Another sweeping and glaring misstatement is that I am one of a number of men admitted to Episcopal Orders in a manner that is ecclesiastically irregular. Here I presume he assumed that I was consecrated by Archbishop Mathew after the resolution of the Bishops of the Union of Utrecht, but as usual it is an erroneous assumption, for although Archbishop Mathew claimed autonomy for the Church in Great Britain and Ireland from the Metropolitan see of Utrecht in 1911, the case was only formally and ecclesiastically pronounced upon at the Old Catholic Congress at Cologne in August, 1913, when the Old Catholic Bishops declared that they found themselves compelled to declare that “they regard as ended their ecclesiastical relations with Bishop Mathew.” This official breach of union between the Continental and English Old Catholics took place some time after my consecration as Regionary Bishop of Scotland. His relations with the Anglican Church, which were gradually straining since the publication of his pamphlet on Anglican Orders, were finally broken off when the Revised Order of Corporate Reunion was founded, through which he as prelate of the order and his Suffragan Bishop conditionally reördained about four hundred priests (mostly beneficed) of the Anglican Church who doubted their own orders; most of these men are still serving in the Church of England.
As Archbishop Mathew and his Bishops, priest, and people were received into union with the Orthodox Church of the East on the fifth of August, 1911, by the Prince Bishop of Beyrouth, consequently those priests of the 0. C. R. are in full communion with the Russian and other Greek Churches.
The assertion that Bishop Mathew has consecrated to the Episcopate “several parties, including myself, whether we accept the statement literally or in the sense in which it is generally understood among the class where such language is current, it is equally inaccurate, for since the establishment of the Old Catholic Church in Great Britain and Ireland and Archbishop Mathew’s consecration for this work by the Archbishop of Utrecht in 1908, he has consecrated altogether seven Bishops, and two of these had previously been nominated Monsignori by Rome, and have since, together with another Bishop, also an ex-Roman Catholic, returned to the Communion of that Church. Another Bishop, as already stated, is serving in the American Church in this country, whilst yet another is prelate of the Order of Corporate Reunion and Suffragan for the Archiepiscopal diocese: one is engaged in diocesan work in England, so I am the only “solitary wandering gentleman” left, and as my wandering to this country was at the suggestion of the Archbishop of Canterbury-of which the Presiding Bishop at the consecration was of course cognizant–I am afraid the solicitude expressed for the Church of England as to any possible embarrassment is misplaced.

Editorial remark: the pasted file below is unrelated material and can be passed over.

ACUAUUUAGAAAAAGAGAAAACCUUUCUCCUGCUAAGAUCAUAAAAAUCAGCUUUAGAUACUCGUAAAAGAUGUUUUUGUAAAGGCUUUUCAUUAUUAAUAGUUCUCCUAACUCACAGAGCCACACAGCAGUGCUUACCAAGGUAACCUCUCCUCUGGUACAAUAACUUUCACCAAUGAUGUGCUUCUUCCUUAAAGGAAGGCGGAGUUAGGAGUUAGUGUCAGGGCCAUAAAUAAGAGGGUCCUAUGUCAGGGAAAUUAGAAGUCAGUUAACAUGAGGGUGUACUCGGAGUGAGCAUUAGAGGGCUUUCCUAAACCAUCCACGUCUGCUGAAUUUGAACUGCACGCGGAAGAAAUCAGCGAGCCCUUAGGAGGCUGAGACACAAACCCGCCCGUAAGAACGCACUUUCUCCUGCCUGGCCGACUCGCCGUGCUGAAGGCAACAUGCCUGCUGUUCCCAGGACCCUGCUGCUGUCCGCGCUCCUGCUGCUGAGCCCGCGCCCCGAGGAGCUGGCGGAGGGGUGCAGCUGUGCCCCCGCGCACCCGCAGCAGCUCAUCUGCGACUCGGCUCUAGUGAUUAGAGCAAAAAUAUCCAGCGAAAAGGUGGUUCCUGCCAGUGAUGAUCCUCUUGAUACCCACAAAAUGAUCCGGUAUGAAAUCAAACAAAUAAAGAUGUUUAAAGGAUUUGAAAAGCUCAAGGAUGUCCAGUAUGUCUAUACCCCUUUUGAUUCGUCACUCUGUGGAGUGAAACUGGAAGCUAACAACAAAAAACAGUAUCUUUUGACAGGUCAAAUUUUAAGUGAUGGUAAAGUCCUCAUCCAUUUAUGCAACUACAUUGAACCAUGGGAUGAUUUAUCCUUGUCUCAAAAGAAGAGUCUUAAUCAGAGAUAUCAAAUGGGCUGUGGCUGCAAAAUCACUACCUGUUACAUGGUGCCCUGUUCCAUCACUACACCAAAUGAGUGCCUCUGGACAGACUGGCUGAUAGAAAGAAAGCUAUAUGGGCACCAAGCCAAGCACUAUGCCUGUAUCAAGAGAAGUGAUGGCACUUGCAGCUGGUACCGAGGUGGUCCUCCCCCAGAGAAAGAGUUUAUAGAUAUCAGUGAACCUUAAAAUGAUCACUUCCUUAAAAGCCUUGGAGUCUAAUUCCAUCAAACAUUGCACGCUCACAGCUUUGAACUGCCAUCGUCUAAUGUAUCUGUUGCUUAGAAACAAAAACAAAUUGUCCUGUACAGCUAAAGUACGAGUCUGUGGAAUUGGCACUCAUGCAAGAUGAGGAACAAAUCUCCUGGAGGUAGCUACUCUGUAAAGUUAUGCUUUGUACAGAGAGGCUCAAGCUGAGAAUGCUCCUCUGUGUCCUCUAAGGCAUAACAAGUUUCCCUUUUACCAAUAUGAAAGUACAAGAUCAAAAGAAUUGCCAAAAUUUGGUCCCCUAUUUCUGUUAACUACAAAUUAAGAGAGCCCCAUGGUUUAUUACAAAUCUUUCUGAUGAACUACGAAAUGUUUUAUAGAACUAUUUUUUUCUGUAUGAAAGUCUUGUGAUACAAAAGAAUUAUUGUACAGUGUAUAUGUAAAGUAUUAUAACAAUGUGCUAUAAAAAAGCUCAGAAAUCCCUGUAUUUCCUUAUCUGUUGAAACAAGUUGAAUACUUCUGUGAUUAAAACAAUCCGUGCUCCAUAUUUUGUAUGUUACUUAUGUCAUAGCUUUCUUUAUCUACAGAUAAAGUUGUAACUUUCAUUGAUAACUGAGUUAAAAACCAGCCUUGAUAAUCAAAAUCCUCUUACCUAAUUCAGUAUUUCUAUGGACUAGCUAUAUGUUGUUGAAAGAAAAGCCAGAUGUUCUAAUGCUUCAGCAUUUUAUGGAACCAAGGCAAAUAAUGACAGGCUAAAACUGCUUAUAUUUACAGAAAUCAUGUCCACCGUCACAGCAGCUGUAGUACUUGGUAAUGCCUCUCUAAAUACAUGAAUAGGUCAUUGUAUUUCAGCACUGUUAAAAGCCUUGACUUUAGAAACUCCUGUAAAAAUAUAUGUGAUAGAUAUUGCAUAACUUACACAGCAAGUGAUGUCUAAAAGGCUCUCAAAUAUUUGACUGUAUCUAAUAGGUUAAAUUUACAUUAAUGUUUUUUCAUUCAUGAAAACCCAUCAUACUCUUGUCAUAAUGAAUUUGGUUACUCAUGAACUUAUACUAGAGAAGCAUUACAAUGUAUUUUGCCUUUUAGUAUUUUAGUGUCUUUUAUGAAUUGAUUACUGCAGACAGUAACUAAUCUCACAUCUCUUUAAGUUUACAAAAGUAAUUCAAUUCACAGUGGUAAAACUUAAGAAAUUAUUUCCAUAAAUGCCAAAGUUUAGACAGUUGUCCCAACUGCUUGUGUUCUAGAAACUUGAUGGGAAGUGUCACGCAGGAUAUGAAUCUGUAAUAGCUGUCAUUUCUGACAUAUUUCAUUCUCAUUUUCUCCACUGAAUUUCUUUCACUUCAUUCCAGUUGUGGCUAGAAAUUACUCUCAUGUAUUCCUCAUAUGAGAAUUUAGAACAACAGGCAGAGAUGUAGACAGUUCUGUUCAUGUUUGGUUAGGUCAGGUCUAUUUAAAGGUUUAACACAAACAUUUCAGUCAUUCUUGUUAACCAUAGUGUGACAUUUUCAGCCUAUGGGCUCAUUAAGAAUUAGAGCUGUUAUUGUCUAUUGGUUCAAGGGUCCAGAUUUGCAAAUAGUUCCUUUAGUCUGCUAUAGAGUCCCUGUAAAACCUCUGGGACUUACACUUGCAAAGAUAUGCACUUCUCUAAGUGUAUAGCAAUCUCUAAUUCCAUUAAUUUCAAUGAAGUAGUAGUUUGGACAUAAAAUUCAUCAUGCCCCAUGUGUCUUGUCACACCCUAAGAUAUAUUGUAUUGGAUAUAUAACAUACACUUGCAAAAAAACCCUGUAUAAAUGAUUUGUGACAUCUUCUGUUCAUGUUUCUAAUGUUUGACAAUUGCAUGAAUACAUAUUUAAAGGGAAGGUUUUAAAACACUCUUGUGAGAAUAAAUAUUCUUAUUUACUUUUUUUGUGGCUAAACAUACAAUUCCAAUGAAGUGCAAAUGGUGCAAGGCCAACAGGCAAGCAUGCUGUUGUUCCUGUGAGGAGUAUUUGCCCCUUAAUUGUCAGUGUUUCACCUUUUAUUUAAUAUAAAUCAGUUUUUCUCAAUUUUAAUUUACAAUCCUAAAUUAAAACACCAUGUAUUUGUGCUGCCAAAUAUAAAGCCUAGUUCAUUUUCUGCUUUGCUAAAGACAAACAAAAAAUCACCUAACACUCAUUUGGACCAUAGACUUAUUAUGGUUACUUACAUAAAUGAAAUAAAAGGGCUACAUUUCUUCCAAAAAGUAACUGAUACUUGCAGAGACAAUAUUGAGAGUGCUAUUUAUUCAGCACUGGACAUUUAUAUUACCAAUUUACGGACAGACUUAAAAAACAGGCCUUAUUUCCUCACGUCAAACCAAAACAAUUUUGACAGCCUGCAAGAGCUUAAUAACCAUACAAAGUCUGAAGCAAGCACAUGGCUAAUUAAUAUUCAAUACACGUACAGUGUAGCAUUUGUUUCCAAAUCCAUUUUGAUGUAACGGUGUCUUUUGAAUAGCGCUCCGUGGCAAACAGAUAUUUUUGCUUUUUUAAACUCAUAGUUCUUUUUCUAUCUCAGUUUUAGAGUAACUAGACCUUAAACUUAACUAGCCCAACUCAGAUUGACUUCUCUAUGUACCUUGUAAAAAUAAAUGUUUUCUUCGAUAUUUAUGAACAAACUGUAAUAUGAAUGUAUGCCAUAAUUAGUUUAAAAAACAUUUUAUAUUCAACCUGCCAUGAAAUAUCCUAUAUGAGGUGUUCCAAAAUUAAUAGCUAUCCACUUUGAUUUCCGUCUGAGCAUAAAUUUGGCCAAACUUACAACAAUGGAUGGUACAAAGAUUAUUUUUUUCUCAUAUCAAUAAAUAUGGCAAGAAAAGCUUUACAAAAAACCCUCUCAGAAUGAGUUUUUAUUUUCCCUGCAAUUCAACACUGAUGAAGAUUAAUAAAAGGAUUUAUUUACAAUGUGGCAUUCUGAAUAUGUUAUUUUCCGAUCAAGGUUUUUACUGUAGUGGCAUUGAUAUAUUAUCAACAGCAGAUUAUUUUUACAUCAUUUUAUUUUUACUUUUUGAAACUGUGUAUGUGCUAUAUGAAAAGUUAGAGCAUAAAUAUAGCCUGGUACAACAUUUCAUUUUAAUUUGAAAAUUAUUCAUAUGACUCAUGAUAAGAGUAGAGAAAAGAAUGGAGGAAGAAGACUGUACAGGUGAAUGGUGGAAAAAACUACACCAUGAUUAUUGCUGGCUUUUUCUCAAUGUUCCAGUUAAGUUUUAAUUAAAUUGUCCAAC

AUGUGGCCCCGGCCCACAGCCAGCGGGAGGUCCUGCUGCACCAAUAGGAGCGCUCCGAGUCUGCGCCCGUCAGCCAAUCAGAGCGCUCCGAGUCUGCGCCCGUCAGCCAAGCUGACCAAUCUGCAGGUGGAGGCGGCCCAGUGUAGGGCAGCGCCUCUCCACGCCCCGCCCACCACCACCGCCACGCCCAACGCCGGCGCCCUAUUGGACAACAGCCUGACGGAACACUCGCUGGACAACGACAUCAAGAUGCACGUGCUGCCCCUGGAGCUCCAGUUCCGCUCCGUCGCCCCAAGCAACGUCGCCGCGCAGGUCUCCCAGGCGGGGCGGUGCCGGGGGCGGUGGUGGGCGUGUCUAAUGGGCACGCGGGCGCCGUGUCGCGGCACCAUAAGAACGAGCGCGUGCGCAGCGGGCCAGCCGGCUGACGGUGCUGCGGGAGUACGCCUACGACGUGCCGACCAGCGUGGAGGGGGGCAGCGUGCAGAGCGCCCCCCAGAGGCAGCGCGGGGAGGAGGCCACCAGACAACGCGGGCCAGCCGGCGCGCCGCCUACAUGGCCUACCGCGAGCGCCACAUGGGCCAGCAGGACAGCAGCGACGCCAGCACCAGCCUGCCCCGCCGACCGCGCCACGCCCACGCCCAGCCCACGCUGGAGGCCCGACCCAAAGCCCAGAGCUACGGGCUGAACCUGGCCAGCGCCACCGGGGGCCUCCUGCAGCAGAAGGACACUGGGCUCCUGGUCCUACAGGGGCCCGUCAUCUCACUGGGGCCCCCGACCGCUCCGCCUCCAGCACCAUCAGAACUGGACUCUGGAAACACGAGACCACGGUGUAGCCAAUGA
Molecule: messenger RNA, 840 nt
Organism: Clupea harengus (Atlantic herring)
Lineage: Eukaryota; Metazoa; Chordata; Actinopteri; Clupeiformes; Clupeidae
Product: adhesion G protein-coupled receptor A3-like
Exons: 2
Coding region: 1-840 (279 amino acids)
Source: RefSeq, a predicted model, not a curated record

Article VIII, Constitutions, quoted in the article, has no bearing whatever on the subject, and although Article VII refers to a “declaration,” it is not applicable to the present case.
I cannot help here contrasting the courtesy I received at the hands of the daily press, with its absence from certain Church journals, for when false reports were sent to some leading New York papers questioning my identity, consecration, and titles, they made full enquiries and enabled me to prove everything, and then amply apologized for the trouble they had given me.